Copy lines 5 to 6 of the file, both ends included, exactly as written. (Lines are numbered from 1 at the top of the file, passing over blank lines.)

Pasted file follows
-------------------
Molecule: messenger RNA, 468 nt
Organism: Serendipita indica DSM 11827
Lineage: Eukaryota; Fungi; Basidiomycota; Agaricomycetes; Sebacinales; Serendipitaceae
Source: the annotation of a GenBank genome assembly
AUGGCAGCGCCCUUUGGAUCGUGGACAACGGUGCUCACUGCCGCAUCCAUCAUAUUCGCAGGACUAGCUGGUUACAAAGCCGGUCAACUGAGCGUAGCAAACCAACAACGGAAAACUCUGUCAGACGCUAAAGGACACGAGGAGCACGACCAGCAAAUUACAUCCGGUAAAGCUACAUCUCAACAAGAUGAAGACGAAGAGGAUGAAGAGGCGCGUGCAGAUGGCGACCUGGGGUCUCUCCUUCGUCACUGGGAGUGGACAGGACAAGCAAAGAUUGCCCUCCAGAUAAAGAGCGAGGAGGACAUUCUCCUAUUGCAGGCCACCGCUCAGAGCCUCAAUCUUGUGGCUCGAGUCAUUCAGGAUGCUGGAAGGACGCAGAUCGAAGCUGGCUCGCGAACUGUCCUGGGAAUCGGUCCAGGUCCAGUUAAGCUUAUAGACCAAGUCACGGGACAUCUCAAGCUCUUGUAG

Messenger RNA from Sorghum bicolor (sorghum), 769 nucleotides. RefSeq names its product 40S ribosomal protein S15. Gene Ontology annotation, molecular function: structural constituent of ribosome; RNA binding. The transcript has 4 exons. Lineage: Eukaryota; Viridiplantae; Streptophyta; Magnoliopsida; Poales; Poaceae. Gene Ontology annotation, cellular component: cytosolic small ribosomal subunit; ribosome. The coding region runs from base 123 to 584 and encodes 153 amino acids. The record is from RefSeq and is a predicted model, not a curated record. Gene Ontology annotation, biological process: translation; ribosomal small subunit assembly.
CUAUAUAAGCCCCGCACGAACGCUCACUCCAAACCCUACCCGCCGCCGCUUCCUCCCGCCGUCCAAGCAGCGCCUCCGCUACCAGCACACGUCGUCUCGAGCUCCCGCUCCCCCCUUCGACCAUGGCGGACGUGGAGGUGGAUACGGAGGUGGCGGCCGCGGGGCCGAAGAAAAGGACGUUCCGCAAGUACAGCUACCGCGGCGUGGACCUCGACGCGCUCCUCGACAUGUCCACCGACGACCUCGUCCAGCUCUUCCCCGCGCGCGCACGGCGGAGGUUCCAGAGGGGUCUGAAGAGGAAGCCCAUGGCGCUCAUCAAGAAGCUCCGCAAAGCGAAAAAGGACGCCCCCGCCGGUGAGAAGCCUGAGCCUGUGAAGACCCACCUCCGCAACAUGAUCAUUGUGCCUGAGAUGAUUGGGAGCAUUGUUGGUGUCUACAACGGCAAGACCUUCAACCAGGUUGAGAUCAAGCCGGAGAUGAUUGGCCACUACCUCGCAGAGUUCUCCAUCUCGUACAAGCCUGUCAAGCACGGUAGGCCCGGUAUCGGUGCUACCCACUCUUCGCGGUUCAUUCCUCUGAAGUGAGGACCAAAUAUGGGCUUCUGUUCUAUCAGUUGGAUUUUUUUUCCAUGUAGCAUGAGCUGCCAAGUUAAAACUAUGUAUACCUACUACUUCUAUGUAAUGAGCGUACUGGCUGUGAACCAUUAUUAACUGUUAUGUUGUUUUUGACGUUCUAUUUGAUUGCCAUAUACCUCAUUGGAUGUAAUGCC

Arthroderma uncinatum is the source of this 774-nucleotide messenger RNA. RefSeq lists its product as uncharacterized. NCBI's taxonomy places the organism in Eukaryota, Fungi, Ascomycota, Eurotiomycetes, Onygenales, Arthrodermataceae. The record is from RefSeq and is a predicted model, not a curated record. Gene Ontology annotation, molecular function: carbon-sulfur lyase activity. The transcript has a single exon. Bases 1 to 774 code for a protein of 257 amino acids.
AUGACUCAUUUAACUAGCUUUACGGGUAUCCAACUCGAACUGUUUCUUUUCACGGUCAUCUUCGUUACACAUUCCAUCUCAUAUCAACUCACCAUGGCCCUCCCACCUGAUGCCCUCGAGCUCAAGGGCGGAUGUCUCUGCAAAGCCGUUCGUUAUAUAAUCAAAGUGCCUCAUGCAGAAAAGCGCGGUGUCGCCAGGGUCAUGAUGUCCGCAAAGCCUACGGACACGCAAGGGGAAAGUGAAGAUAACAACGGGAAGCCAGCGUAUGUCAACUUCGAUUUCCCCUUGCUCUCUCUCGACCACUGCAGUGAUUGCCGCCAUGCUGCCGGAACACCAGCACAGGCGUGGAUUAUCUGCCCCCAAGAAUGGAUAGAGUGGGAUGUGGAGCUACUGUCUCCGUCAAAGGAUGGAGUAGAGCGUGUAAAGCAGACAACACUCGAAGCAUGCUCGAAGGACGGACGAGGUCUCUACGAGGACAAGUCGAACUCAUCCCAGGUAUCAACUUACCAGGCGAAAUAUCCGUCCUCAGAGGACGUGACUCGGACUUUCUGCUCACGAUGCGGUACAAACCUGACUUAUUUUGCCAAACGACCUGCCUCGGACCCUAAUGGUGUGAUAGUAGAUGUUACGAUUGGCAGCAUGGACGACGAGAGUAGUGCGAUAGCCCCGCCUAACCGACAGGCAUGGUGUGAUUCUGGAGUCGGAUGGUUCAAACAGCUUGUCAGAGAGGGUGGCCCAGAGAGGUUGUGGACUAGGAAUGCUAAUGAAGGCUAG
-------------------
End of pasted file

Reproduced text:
AUGGCAGCGCCCUUUGGAUCGUGGACAACGGUGCUCACUGCCGCAUCCAUCAUAUUCGCAGGACUAGCUGGUUACAAAGCCGGUCAACUGAGCGUAGCAAACCAACAACGGAAAACUCUGUCAGACGCUAAAGGACACGAGGAGCACGACCAGCAAAUUACAUCCGGUAAAGCUACAUCUCAACAAGAUGAAGACGAAGAGGAUGAAGAGGCGCGUGCAGAUGGCGACCUGGGGUCUCUCCUUCGUCACUGGGAGUGGACAGGACAAGCAAAGAUUGCCCUCCAGAUAAAGAGCGAGGAGGACAUUCUCCUAUUGCAGGCCACCGCUCAGAGCCUCAAUCUUGUGGCUCGAGUCAUUCAGGAUGCUGGAAGGACGCAGAUCGAAGCUGGCUCGCGAACUGUCCUGGGAAUCGGUCCAGGUCCAGUUAAGCUUAUAGACCAAGUCACGGGACAUCUCAAGCUCUUGUAG

Messenger RNA from Sorghum bicolor (sorghum), 769 nucleotides. RefSeq names its product 40S ribosomal protein S15. Gene Ontology annotation, molecular function: structural constituent of ribosome; RNA binding. The transcript has 4 exons. Lineage: Eukaryota; Viridiplantae; Streptophyta; Magnoliopsida; Poales; Poaceae. Gene Ontology annotation, cellular component: cytosolic small ribosomal subunit; ribosome. The coding region runs from base 123 to 584 and encodes 153 amino acids. The record is from RefSeq and is a predicted model, not a curated record. Gene Ontology annotation, biological process: translation; ribosomal small subunit assembly.